“Syncope 2.0.0 is a major milestone for the community,” said Francesco Chicchiriccò, Vice President of Apache Syncope, and one of the original creators of the project. “The numbers of this release look great –new features, new components and tools, new contributors, more enterprise appeal, and even more extensibility.”

  • Events

    • Bastille to Lead Industry Discussions on Wireless Hacking at GNU Radio Conference 2016

      Researchers Balint Seeber, Marc Newlin and Matt Knight to Speak and Host Wireless Hacking Challenge for Conference Attendees

    • The Future at the Internet’s Edge

      With the current focus on the cloud it might seem that the Internet works from the center out — if the Internet can be said to have a center. And with the massive move of IT infrastructure to the cloud, DevOps folks might be wondering what this means for the future of their careers and if increasing centralization will mean a shrinking job market, a question Robert Shimp with Oracle’s Linux and virtualization unit, took a stab at answering at last month’s LinuxCon.

      [...]

      Shimp was giving a presentation on “Linux Administration in Distributed Cloud Computing Environments.” Despite the use of the word “Linux” in the title (it was LinuxCon, after all), he spent the first half of his presentation laying out his vision for what the Internet holds in store, with none of it being Linux specific. The future, it seems, will almost certainly be operating system agnostic.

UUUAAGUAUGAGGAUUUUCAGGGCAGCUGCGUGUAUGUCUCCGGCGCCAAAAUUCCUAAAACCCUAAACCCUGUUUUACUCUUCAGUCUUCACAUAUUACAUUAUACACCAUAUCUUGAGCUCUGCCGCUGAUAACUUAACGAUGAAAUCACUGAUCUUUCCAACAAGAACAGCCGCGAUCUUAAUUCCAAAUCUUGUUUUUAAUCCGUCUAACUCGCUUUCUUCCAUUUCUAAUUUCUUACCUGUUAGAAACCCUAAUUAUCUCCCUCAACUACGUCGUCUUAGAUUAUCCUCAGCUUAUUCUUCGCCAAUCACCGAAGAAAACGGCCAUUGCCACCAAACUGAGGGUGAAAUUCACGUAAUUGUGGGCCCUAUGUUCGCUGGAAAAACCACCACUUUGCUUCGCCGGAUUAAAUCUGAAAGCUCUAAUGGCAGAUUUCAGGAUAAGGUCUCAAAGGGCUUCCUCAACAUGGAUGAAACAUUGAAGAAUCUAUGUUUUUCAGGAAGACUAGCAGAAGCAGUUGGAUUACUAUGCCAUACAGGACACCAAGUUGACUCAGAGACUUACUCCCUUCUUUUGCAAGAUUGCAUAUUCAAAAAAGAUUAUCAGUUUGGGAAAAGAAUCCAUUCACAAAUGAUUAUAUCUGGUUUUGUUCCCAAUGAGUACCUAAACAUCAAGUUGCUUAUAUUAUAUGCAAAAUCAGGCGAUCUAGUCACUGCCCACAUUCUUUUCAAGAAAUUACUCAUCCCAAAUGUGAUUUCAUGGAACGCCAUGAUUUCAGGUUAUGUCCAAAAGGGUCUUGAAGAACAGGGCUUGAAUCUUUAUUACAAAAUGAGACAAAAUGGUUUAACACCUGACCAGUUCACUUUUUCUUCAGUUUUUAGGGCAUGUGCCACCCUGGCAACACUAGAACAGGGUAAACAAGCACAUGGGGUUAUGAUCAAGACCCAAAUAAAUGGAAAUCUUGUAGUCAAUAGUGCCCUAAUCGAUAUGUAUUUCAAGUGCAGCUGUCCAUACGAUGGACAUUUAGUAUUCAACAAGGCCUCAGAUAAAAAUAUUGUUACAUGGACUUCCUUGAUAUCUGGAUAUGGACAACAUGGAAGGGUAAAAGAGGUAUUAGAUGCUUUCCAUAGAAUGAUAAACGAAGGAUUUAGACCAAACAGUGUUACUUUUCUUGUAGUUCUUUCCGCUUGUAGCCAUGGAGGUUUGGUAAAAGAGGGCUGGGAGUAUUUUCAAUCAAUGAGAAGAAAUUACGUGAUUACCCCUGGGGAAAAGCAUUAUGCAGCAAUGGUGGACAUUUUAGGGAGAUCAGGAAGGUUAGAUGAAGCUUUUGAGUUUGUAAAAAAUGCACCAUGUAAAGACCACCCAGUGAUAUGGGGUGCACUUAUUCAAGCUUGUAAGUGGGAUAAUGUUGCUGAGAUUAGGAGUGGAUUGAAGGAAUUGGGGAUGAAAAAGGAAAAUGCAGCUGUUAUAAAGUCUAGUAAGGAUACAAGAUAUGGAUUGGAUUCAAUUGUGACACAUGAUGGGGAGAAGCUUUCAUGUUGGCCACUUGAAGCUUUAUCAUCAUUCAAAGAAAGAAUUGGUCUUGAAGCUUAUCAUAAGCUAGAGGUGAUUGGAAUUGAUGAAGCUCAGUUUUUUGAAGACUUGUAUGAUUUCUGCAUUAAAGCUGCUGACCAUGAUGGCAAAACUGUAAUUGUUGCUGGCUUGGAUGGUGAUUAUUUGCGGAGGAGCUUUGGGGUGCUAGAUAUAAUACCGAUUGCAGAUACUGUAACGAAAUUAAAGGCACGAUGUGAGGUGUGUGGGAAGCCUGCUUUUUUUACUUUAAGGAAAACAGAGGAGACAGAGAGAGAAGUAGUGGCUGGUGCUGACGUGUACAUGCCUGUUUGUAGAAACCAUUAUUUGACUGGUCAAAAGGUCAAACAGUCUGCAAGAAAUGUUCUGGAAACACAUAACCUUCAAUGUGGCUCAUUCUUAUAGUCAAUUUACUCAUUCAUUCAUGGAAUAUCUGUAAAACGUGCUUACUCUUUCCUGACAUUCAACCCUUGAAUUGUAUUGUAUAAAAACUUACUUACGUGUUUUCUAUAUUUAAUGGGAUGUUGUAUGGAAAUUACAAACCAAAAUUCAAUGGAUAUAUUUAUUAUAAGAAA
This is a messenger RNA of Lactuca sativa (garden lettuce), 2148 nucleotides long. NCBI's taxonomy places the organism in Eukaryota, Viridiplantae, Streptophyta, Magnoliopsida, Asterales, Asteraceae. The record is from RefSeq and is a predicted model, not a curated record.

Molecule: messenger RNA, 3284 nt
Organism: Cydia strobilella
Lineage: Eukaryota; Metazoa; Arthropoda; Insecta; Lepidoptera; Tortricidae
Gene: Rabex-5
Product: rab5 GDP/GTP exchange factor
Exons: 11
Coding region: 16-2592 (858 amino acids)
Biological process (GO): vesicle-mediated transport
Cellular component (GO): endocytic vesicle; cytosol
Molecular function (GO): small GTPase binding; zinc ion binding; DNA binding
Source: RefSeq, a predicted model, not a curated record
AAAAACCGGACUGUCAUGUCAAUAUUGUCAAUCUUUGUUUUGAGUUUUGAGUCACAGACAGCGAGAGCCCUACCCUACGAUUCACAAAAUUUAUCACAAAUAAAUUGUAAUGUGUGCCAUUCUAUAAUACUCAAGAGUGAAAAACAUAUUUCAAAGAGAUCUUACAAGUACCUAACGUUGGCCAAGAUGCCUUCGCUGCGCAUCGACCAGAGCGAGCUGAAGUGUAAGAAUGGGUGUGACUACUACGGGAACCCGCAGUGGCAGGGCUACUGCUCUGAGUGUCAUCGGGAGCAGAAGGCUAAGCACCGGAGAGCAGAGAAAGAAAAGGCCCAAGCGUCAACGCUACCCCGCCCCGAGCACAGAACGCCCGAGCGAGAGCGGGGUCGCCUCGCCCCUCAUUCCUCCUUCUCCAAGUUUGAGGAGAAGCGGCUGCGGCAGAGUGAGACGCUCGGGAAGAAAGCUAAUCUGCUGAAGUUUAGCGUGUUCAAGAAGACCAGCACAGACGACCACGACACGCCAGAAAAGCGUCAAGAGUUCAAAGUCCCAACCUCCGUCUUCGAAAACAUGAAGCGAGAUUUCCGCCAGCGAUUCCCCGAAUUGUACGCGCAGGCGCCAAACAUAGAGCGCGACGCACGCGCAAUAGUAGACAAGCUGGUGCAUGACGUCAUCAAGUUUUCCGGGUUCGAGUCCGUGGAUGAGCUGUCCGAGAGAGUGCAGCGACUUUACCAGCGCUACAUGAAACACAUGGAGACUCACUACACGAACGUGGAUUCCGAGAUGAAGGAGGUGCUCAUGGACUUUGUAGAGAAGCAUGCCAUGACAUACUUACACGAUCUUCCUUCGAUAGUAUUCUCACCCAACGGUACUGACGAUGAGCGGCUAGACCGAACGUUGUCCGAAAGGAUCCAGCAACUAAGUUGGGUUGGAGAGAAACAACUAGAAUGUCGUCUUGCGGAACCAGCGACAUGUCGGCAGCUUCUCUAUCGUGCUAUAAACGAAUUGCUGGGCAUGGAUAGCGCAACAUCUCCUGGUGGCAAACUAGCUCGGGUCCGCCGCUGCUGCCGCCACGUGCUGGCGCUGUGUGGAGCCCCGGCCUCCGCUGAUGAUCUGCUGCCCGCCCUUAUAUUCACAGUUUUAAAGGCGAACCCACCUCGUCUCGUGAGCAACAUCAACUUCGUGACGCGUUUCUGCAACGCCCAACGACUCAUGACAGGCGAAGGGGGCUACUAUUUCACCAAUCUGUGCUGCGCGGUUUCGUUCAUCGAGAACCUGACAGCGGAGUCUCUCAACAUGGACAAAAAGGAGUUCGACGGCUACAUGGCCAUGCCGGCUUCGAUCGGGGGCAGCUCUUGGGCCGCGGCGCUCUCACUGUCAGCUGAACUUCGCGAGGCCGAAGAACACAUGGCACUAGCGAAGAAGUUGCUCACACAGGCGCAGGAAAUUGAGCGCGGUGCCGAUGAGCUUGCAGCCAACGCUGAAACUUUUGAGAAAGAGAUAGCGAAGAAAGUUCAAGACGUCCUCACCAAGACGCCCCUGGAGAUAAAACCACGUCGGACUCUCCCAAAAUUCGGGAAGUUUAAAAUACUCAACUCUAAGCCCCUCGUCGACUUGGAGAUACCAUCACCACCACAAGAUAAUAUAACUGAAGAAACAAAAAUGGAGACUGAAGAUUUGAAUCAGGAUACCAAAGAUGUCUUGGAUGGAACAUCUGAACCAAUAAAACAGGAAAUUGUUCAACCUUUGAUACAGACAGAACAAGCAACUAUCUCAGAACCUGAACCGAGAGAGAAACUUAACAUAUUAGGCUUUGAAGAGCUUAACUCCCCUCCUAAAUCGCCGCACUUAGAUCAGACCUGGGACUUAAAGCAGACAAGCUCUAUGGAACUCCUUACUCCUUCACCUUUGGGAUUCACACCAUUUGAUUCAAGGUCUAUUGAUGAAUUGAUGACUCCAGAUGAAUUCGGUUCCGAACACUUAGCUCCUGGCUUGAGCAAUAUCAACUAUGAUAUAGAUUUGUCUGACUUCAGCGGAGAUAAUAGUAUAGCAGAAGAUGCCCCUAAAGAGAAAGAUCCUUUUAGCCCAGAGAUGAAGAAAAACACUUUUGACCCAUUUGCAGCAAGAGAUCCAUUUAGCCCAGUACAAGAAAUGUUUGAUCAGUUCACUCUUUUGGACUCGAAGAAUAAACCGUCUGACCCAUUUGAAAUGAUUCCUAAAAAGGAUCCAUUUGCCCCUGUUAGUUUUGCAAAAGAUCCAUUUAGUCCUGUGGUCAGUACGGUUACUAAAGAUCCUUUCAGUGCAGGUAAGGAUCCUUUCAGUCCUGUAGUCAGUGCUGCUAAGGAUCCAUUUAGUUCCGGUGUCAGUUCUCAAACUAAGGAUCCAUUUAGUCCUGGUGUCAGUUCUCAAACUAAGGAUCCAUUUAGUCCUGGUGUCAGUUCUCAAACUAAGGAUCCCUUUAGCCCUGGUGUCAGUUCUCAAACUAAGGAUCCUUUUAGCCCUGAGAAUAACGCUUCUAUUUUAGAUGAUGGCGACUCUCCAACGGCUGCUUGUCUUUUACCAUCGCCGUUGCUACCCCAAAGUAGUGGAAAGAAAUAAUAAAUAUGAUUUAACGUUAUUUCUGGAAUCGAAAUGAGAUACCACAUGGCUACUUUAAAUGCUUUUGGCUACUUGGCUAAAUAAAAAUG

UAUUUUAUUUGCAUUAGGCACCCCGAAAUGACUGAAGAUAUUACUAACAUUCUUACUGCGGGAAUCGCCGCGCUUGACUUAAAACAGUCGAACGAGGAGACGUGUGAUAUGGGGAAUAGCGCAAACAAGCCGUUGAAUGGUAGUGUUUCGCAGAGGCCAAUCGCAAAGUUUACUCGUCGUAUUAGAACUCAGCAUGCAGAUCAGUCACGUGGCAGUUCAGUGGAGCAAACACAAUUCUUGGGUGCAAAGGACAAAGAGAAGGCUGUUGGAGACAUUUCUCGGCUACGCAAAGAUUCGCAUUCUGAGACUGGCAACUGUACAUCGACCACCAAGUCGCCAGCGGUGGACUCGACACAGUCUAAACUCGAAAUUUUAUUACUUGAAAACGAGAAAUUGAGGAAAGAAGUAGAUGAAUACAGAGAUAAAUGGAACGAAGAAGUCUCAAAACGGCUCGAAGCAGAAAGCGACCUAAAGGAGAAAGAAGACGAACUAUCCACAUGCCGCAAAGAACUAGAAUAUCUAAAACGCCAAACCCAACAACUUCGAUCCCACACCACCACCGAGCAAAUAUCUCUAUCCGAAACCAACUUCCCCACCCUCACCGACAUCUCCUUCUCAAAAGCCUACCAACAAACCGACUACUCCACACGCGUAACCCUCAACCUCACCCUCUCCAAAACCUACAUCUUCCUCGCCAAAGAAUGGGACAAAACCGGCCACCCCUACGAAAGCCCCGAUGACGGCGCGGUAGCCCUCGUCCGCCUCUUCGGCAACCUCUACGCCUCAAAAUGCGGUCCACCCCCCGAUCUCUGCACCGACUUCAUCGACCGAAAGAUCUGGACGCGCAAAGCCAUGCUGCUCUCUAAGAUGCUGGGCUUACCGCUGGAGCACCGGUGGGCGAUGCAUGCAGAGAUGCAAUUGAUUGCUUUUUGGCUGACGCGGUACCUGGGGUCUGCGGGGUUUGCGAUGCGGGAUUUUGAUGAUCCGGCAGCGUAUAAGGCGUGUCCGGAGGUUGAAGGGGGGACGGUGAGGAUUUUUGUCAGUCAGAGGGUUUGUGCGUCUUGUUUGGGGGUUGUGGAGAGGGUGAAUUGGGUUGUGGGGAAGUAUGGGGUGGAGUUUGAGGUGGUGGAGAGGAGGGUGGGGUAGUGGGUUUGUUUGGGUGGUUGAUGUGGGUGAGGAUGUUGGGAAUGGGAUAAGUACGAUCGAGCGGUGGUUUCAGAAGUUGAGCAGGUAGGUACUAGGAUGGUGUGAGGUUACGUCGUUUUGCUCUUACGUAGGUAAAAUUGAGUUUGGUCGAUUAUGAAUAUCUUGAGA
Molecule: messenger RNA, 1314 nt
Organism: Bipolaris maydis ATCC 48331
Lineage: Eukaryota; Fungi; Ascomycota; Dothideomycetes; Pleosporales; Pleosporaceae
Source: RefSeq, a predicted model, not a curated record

• Keynote: Open Source is a Positive-Sum Game – Sam Ramji, CEO, Cloud Foundry Foundation
    • Free Software Directory recapping the “Golden Oldies” meeting
    • FSF Events: Free Software Foundation community meetup (Washington, D.C.)

      Come share snacks and refreshments with the free software community. FSF campaigns manager Zak Rogoff will be happy to talk about our ongoing battle against Digital Restrictions Management in Web standards, the recent European net neutrality victory, our role in the new White House source code policy, and almost anything else you ask him about. The FSF will provide the first round of snacks and beers, with more available from the menu.

      This is an informal gathering for anyone interested in spending time with the free software community or learning more about the FSF; you are welcome, whether you are free software noob or hacker extraodinaire.

  • Databases

    • MySQL 0-day could lead to total system compromise
    • MySQL Exploit Evidently Patched